Despite being the object of consternation and much vilification over the last 20 years, Germany’s coal-fired plants are now being appreciated for what they are: truly meaningful power generation sources, available on demand, whatever the weather. With a Nationwide blackout a heartbeat away, the German obsession with unreliable wind and solar is like a time bomb set to explode.

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New research on forests and oceans suggest projections of future warming may be too conservative, with serious consequences

New research on forests and oceans suggest projections of future warming may be too conservative, with serious consequences

How much will the world warm with ongoing fossil-fuel carbon emissions? It’s a big question that preoccupies policymakers and activists, with important discussions about when the world will hit two degrees, are we really on a path to four degrees of warming with current Paris commitments, and so on.

And the answer is that the world is likely to warm more than current projections, if two recently published pieces of research on the terrestrial and ocean carbon sinks are any guide.

Warming projections and carbon sinks. Future warming projections come from complex climate models, which combine historic data, current observations, equations that encompass current understandings of the bio-geo-physical processes, and some assumptions about processes where direct observation or modelling is more difficult.

About 30% of the carbon dioxide (CO2) that humans are pouring into the atmosphere mixes with the top layer of the ocean (making the water more acidic and posing a growing acidification threat to ocean life), about 30% is absorbed by the terrestrial biosphere (trees and plants), and about 40% stays in the air, heating the planet.

Assumptions about those processes in the future fundamentally affect projections of future warming. If these ocean and terrestrial carbon stores (or “carbon sinks”) become less efficient, then a greater proportion of human emissions will stay in the air, and warming will be faster than currently projected for a given level of emissions.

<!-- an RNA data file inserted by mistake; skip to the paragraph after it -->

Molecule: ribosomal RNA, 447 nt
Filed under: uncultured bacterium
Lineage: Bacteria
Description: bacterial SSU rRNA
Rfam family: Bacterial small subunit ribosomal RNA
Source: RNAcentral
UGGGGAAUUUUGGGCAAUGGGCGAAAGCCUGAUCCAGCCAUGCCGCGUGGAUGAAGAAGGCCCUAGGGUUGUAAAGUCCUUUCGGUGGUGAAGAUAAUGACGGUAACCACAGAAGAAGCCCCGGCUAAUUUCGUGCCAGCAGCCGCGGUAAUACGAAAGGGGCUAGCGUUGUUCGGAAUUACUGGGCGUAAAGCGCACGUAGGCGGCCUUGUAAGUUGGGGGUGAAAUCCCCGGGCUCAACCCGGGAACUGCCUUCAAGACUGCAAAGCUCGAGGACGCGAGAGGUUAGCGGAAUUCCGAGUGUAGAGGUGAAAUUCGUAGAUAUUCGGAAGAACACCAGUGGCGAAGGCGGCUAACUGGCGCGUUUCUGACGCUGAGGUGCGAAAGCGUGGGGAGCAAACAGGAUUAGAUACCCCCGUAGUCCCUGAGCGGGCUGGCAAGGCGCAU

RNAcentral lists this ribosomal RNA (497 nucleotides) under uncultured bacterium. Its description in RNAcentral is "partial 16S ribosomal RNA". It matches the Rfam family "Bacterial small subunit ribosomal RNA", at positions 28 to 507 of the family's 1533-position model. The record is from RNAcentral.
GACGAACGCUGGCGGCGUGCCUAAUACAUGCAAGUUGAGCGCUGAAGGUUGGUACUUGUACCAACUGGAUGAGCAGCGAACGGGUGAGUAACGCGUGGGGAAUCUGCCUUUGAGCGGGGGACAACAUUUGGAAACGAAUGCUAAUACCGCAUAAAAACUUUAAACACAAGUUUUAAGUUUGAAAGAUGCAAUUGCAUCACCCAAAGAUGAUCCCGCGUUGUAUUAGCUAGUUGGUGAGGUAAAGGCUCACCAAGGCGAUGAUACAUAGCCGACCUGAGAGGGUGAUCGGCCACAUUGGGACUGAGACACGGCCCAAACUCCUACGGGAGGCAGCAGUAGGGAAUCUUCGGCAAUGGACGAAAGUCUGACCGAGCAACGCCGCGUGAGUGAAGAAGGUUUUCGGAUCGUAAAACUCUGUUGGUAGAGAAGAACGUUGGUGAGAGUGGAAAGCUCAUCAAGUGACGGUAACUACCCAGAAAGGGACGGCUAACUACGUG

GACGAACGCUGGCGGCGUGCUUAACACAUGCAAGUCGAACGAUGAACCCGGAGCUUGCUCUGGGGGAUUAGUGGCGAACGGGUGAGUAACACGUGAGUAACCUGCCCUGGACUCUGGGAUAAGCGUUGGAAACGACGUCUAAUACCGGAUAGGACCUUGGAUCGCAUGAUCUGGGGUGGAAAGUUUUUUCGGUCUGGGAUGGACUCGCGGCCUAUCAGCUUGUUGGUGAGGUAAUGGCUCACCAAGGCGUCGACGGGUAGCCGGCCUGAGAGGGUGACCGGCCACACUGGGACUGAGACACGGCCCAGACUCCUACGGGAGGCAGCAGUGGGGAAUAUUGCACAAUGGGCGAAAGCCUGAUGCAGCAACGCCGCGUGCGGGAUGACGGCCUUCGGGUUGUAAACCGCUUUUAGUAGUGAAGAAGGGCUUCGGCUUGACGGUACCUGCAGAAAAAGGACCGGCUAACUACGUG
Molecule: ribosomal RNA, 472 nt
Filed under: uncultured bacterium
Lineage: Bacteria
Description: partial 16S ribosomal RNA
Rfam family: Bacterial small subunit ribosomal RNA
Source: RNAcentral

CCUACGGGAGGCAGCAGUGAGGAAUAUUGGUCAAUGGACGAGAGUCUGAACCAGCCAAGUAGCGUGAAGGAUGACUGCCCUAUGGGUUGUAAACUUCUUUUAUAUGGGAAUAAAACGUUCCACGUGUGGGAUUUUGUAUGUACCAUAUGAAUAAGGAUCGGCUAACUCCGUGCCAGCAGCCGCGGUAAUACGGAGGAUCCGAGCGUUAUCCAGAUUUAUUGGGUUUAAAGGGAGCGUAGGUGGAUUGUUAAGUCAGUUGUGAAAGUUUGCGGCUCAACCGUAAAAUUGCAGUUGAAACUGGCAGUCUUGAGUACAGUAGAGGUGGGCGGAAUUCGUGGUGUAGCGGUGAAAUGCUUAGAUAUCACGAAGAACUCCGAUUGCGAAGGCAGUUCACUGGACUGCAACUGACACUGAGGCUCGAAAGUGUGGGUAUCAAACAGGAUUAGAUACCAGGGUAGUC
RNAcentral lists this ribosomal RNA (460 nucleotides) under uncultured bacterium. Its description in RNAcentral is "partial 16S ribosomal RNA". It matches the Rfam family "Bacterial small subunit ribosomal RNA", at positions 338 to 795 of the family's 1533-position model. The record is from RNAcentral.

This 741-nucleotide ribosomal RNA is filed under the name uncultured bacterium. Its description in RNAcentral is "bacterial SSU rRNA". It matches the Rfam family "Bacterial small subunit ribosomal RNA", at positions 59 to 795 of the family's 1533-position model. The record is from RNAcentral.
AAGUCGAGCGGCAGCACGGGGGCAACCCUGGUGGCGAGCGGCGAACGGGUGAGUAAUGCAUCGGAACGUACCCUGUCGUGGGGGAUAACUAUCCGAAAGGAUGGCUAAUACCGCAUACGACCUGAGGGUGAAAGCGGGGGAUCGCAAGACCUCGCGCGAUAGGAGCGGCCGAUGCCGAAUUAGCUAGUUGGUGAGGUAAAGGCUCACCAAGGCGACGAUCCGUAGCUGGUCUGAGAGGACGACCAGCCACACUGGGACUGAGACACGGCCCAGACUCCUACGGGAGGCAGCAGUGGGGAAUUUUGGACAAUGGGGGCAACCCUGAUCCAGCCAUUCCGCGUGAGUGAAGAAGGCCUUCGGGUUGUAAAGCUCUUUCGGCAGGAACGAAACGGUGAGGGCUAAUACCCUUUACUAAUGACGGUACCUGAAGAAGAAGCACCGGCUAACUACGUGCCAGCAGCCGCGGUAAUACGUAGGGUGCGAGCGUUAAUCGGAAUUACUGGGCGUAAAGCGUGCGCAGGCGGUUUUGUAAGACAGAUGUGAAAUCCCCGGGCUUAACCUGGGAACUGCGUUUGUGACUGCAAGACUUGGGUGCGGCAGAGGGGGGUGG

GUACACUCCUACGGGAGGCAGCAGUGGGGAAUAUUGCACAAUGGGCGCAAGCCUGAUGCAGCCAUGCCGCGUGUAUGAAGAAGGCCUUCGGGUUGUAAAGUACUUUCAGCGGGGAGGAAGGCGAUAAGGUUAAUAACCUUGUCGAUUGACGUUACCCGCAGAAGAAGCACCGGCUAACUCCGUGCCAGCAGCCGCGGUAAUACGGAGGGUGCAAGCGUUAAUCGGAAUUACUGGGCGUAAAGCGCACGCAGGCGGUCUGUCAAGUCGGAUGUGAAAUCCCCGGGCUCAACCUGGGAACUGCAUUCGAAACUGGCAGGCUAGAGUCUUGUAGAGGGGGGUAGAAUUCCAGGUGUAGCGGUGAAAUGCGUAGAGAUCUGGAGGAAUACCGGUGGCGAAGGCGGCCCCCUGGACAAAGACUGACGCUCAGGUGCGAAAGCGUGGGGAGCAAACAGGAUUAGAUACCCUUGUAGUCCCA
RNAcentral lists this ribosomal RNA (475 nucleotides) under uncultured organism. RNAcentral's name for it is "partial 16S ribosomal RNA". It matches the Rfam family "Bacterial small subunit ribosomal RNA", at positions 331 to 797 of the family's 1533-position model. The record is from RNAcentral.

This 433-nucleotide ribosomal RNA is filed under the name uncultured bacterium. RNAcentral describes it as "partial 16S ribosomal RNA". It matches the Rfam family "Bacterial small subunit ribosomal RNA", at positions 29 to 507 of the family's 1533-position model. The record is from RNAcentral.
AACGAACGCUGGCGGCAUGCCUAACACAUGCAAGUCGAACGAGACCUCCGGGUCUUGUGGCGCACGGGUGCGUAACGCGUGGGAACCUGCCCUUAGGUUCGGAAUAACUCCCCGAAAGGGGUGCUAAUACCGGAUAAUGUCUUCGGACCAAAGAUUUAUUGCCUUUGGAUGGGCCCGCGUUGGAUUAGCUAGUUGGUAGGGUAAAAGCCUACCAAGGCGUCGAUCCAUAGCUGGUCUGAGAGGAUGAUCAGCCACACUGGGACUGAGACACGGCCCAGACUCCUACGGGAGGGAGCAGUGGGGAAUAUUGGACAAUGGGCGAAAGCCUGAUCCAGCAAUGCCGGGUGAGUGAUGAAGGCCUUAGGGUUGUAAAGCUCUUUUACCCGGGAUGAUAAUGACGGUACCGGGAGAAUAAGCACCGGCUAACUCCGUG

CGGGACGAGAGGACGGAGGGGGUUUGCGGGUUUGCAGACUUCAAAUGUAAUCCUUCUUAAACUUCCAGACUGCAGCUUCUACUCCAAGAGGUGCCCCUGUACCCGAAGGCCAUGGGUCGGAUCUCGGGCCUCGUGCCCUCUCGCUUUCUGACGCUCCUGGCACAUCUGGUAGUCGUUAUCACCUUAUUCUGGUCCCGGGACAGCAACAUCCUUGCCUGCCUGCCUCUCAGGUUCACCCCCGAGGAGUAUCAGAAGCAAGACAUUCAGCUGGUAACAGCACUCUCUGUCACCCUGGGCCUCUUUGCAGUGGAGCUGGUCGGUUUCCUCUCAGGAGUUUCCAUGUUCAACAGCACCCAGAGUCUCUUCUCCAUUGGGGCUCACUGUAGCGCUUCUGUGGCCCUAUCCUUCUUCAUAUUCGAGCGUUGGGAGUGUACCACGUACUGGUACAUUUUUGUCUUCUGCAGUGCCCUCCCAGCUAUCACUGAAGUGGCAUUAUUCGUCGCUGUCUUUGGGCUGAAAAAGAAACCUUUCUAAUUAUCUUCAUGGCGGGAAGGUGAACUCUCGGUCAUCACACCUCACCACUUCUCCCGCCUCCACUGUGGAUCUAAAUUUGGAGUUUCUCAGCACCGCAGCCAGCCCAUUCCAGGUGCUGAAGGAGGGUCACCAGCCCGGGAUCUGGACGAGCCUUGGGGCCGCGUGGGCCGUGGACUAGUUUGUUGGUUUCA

So the models make assumptions about these carbon stores:

  1. For the terrestrial carbon sink, it has been observed that with more CO2, plants grow faster because there is more CO2 “food” for them to absorb.  This is known as the “fertilisation effect”, and while there are highly divergent sink trajectories from Earth system models, the models “nevertheless agree on continued futures increases in sink strength due to the CO2 fertilisation effect.

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Denouncing ‘Handouts to Big Oil,’ Biden Calls on Congress to End $40 Billion in Taxpayer Subsidies for Fossil Fuels

Denouncing ‘Handouts to Big Oil,’ Biden Calls on Congress to End $40 Billion in Taxpayer Subsidies for Fossil Fuels

“Biden campaigned on eliminating fossil fuel giveaways, and voters agree by a huge margin,” said one climate activist.

Special Presidential Envoy for Climate John Kerry listens as President Joe Biden speaks on tackling climate change in the State Dining Room of the White House in Washington, D.C. on January 27, 2021.

Special Presidential Envoy for Climate John Kerry listens as President Joe Biden speaks on tackling climate change in the State Dining Room of the White House in Washington, D.C. on January 27, 2021. (Photo: Mandel Ngan/AFP via Getty Images)

In a speech Wednesday outlining his new executive actions aimed at confronting the “existential threat” of the climate crisis, President Joe Biden said he plans to ask the Democrat-controlled Congress to pass legislation eliminating the tens of billions in taxpayer subsidies the federal government continues to hand Big Oil even as the planetary emergency wreaks havoc in the U.S. and across the globe.

“Unlike previous administrations, I don’t think the federal government should give handouts to Big Oil to the tune of $40 billion in fossil fuel subsidies,” said Biden. “I’m gonna be going to the Congress and asking them to eliminate those subsidies.”

While the president did not offer specifics on what he would want a potential bill to look like, Rep. Ilhan Omar (D-Minn.), Sen. Bernie Sanders (I-Vt.), and other progressive lawmakers introduced legislation last year that proposed ending direct federal subsidies to the fossil fuel industry and “abolishing dozens of tax loopholes, subsidies, and other special interest giveaways littered throughout the federal tax code.”